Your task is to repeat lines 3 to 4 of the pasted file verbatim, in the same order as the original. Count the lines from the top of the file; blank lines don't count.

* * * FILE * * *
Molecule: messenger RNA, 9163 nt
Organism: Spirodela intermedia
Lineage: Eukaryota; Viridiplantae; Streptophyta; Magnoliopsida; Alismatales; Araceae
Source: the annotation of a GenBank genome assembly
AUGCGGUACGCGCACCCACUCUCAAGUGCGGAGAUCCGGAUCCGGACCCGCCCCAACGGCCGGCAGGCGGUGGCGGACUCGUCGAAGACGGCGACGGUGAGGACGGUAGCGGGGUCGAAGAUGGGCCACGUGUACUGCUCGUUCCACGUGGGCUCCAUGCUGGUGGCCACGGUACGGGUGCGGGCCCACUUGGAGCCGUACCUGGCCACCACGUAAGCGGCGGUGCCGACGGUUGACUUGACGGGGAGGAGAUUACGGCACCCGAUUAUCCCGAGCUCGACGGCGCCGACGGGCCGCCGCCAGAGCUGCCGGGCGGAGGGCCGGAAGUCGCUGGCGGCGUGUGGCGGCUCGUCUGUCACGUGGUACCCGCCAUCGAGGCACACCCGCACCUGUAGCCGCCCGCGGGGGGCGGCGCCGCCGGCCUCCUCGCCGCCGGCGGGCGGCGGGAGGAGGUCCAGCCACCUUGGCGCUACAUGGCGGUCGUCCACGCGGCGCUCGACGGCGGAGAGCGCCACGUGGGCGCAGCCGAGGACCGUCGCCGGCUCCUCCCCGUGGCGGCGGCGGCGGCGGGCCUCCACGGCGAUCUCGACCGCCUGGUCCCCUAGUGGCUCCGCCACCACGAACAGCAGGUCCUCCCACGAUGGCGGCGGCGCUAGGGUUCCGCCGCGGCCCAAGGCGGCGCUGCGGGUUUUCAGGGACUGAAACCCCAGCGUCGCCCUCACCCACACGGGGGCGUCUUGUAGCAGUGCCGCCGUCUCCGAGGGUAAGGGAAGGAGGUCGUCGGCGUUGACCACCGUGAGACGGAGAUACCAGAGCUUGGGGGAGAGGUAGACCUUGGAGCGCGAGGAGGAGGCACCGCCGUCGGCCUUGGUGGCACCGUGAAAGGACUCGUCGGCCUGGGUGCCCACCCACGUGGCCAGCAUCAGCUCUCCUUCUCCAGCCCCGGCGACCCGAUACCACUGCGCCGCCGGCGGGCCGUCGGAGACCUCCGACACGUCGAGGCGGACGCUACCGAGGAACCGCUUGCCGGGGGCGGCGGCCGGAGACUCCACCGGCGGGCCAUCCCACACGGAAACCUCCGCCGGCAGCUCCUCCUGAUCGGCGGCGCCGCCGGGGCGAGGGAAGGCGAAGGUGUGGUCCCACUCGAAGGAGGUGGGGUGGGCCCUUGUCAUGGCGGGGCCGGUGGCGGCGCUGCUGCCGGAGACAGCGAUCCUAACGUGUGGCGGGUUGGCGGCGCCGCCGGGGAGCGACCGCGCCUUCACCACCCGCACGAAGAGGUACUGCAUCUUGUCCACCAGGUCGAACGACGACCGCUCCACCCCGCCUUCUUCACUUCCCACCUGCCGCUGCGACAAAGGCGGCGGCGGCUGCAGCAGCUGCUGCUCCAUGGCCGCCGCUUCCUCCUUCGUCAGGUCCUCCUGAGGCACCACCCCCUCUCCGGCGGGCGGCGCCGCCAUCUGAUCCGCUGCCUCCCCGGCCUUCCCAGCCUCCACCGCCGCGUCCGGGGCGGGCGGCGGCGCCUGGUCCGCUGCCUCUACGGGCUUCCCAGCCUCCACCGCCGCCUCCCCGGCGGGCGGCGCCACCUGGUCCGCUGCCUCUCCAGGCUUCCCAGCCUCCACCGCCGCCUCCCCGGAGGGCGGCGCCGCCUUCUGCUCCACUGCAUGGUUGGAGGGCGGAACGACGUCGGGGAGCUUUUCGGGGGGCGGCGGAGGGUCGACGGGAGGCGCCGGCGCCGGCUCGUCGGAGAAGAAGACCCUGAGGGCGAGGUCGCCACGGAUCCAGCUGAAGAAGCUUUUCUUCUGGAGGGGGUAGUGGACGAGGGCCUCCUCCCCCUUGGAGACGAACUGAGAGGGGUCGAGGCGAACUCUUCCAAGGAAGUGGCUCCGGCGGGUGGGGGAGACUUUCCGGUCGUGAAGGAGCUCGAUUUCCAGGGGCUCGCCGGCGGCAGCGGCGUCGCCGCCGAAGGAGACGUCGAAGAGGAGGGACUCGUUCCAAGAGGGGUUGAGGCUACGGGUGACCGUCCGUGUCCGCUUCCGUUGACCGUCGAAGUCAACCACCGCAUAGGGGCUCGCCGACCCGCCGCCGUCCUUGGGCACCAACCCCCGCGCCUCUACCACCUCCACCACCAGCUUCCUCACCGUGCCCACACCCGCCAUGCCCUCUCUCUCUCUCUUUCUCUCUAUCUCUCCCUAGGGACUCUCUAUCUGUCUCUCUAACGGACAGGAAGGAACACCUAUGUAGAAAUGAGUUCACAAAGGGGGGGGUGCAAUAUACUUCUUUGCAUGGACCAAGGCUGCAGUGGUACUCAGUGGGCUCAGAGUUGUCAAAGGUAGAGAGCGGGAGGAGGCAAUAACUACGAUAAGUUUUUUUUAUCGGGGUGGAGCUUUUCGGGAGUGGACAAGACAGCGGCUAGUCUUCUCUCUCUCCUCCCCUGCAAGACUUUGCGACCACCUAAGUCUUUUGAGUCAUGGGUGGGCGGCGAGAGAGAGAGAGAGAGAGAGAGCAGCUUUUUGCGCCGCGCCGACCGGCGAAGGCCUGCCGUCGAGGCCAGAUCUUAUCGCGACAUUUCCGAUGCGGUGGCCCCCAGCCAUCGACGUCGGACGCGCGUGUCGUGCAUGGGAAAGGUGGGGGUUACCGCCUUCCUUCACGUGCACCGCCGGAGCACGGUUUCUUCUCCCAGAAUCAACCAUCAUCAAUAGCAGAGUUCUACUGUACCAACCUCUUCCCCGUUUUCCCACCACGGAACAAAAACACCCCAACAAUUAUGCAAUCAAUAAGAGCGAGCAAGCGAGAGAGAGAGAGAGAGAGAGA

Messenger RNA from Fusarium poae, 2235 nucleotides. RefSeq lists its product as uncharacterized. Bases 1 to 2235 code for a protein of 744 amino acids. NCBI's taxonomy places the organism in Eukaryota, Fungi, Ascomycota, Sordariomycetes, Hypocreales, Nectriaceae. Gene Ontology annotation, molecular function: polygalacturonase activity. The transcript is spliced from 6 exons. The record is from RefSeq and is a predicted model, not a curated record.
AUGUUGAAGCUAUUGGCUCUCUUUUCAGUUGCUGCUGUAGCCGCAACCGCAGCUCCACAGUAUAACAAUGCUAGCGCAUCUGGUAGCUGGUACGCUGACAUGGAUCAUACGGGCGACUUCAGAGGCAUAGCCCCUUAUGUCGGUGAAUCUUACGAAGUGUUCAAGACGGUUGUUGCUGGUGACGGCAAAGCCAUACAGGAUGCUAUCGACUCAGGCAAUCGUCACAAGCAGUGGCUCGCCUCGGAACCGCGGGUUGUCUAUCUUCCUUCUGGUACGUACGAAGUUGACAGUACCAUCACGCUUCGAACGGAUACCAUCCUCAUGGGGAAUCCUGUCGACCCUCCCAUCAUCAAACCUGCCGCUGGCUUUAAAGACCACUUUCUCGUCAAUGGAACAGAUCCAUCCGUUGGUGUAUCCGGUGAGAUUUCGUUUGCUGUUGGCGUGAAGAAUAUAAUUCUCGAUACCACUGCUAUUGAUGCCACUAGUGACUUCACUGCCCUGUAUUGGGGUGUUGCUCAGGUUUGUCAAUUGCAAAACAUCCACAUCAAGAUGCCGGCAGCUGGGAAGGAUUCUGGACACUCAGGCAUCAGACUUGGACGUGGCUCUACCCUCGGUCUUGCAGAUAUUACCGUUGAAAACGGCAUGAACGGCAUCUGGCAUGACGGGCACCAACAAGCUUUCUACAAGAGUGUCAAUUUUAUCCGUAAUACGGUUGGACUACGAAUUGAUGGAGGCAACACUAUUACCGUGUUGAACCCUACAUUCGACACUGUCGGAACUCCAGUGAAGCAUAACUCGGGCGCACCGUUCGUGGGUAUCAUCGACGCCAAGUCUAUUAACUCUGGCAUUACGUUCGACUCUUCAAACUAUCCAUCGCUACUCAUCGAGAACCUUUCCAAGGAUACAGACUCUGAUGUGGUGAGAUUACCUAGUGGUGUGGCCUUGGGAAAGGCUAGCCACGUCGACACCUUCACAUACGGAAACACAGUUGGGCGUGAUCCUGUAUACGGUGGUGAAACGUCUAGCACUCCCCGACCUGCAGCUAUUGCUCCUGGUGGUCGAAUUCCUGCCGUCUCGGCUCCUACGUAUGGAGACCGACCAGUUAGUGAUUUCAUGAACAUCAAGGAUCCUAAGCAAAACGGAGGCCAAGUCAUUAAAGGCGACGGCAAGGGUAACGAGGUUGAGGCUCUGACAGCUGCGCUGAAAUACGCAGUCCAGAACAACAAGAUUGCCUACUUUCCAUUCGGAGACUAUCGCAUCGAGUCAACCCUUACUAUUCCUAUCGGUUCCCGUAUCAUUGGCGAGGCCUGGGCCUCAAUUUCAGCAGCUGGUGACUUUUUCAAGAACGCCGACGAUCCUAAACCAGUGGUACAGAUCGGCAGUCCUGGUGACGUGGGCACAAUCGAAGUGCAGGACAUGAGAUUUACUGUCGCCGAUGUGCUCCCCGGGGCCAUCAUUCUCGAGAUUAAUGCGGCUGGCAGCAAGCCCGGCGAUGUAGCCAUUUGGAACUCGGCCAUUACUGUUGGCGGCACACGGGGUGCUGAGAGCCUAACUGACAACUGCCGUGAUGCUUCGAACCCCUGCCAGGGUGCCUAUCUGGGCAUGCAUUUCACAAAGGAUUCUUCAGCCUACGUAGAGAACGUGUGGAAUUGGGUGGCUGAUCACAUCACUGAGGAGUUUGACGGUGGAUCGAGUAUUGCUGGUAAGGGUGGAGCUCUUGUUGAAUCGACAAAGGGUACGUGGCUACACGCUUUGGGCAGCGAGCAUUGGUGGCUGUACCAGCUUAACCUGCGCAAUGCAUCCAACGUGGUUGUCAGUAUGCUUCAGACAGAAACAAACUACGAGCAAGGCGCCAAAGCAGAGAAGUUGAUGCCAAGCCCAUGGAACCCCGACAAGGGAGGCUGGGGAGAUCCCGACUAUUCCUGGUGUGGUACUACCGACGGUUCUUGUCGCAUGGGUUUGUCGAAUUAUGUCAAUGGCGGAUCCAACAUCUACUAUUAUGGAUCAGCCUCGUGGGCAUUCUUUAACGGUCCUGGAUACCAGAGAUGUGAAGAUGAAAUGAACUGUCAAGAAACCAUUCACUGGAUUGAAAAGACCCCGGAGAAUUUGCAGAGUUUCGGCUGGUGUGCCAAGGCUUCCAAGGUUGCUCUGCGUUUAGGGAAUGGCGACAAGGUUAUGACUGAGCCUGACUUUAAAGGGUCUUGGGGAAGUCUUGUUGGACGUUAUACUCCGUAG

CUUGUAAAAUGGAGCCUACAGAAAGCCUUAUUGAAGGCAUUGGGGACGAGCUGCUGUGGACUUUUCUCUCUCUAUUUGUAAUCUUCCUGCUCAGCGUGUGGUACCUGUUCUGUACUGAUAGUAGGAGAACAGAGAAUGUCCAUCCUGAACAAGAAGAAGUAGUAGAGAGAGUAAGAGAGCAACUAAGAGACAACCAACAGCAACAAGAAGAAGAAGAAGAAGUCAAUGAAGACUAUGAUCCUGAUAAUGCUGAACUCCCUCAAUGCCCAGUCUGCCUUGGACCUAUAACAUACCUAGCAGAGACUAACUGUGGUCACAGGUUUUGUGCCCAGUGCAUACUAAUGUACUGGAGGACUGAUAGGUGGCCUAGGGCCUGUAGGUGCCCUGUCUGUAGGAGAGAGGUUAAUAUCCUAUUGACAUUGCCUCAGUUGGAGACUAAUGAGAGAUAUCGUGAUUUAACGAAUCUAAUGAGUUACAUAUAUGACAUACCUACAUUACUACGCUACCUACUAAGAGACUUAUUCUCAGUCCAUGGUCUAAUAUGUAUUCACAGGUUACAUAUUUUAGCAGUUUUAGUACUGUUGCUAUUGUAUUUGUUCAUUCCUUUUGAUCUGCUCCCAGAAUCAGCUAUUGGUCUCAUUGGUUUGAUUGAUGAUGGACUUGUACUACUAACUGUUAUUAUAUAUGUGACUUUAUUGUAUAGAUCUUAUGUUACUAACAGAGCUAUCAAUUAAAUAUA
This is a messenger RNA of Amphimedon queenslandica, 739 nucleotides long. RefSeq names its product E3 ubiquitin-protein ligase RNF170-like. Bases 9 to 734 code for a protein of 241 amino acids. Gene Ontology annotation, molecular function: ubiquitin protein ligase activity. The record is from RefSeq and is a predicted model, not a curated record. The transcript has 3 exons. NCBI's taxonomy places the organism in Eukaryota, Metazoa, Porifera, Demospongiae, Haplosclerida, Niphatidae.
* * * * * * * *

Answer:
Lineage: Eukaryota; Viridiplantae; Streptophyta; Magnoliopsida; Alismatales; Araceae
Source: the annotation of a GenBank genome assembly